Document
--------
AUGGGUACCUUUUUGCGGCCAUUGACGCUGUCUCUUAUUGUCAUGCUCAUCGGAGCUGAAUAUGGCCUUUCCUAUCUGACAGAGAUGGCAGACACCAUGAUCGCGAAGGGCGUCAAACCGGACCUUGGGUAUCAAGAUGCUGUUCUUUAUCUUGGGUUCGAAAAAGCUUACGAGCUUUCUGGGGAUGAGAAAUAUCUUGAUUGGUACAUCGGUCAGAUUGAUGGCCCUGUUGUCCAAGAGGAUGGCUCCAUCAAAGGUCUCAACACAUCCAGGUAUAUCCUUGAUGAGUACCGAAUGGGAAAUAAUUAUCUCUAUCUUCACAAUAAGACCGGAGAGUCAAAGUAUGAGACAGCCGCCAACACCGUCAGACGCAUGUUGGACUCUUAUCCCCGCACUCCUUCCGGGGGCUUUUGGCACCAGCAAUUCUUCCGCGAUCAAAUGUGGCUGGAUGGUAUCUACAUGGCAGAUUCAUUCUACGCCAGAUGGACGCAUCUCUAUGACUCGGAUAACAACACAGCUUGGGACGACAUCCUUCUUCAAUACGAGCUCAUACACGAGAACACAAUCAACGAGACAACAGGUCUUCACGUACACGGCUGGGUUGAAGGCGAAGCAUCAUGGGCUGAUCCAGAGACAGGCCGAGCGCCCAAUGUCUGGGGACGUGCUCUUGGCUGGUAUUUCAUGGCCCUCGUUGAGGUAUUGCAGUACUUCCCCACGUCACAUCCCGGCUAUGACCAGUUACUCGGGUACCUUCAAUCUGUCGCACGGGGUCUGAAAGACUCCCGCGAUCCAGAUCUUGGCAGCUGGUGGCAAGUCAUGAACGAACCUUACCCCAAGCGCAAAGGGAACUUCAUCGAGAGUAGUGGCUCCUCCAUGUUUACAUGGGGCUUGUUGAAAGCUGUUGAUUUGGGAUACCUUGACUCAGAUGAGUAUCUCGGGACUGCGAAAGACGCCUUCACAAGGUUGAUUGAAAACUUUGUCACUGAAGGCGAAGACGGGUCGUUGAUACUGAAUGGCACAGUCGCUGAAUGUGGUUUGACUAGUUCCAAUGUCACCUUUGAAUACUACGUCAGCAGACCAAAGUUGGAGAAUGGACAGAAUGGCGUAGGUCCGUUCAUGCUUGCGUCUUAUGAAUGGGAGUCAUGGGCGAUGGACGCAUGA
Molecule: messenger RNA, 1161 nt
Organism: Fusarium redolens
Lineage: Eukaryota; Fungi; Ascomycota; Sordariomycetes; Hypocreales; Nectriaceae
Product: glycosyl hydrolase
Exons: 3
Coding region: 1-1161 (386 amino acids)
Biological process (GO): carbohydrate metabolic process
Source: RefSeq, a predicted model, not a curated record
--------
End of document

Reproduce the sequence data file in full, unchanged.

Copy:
AUGGGUACCUUUUUGCGGCCAUUGACGCUGUCUCUUAUUGUCAUGCUCAUCGGAGCUGAAUAUGGCCUUUCCUAUCUGACAGAGAUGGCAGACACCAUGAUCGCGAAGGGCGUCAAACCGGACCUUGGGUAUCAAGAUGCUGUUCUUUAUCUUGGGUUCGAAAAAGCUUACGAGCUUUCUGGGGAUGAGAAAUAUCUUGAUUGGUACAUCGGUCAGAUUGAUGGCCCUGUUGUCCAAGAGGAUGGCUCCAUCAAAGGUCUCAACACAUCCAGGUAUAUCCUUGAUGAGUACCGAAUGGGAAAUAAUUAUCUCUAUCUUCACAAUAAGACCGGAGAGUCAAAGUAUGAGACAGCCGCCAACACCGUCAGACGCAUGUUGGACUCUUAUCCCCGCACUCCUUCCGGGGGCUUUUGGCACCAGCAAUUCUUCCGCGAUCAAAUGUGGCUGGAUGGUAUCUACAUGGCAGAUUCAUUCUACGCCAGAUGGACGCAUCUCUAUGACUCGGAUAACAACACAGCUUGGGACGACAUCCUUCUUCAAUACGAGCUCAUACACGAGAACACAAUCAACGAGACAACAGGUCUUCACGUACACGGCUGGGUUGAAGGCGAAGCAUCAUGGGCUGAUCCAGAGACAGGCCGAGCGCCCAAUGUCUGGGGACGUGCUCUUGGCUGGUAUUUCAUGGCCCUCGUUGAGGUAUUGCAGUACUUCCCCACGUCACAUCCCGGCUAUGACCAGUUACUCGGGUACCUUCAAUCUGUCGCACGGGGUCUGAAAGACUCCCGCGAUCCAGAUCUUGGCAGCUGGUGGCAAGUCAUGAACGAACCUUACCCCAAGCGCAAAGGGAACUUCAUCGAGAGUAGUGGCUCCUCCAUGUUUACAUGGGGCUUGUUGAAAGCUGUUGAUUUGGGAUACCUUGACUCAGAUGAGUAUCUCGGGACUGCGAAAGACGCCUUCACAAGGUUGAUUGAAAACUUUGUCACUGAAGGCGAAGACGGGUCGUUGAUACUGAAUGGCACAGUCGCUGAAUGUGGUUUGACUAGUUCCAAUGUCACCUUUGAAUACUACGUCAGCAGACCAAAGUUGGAGAAUGGACAGAAUGGCGUAGGUCCGUUCAUGCUUGCGUCUUAUGAAUGGGAGUCAUGGGCGAUGGACGCAUGA
Molecule: messenger RNA, 1161 nt
Organism: Fusarium redolens
Lineage: Eukaryota; Fungi; Ascomycota; Sordariomycetes; Hypocreales; Nectriaceae
Product: glycosyl hydrolase
Exons: 3
Coding region: 1-1161 (386 amino acids)
Biological process (GO): carbohydrate metabolic process
Source: RefSeq, a predicted model, not a curated record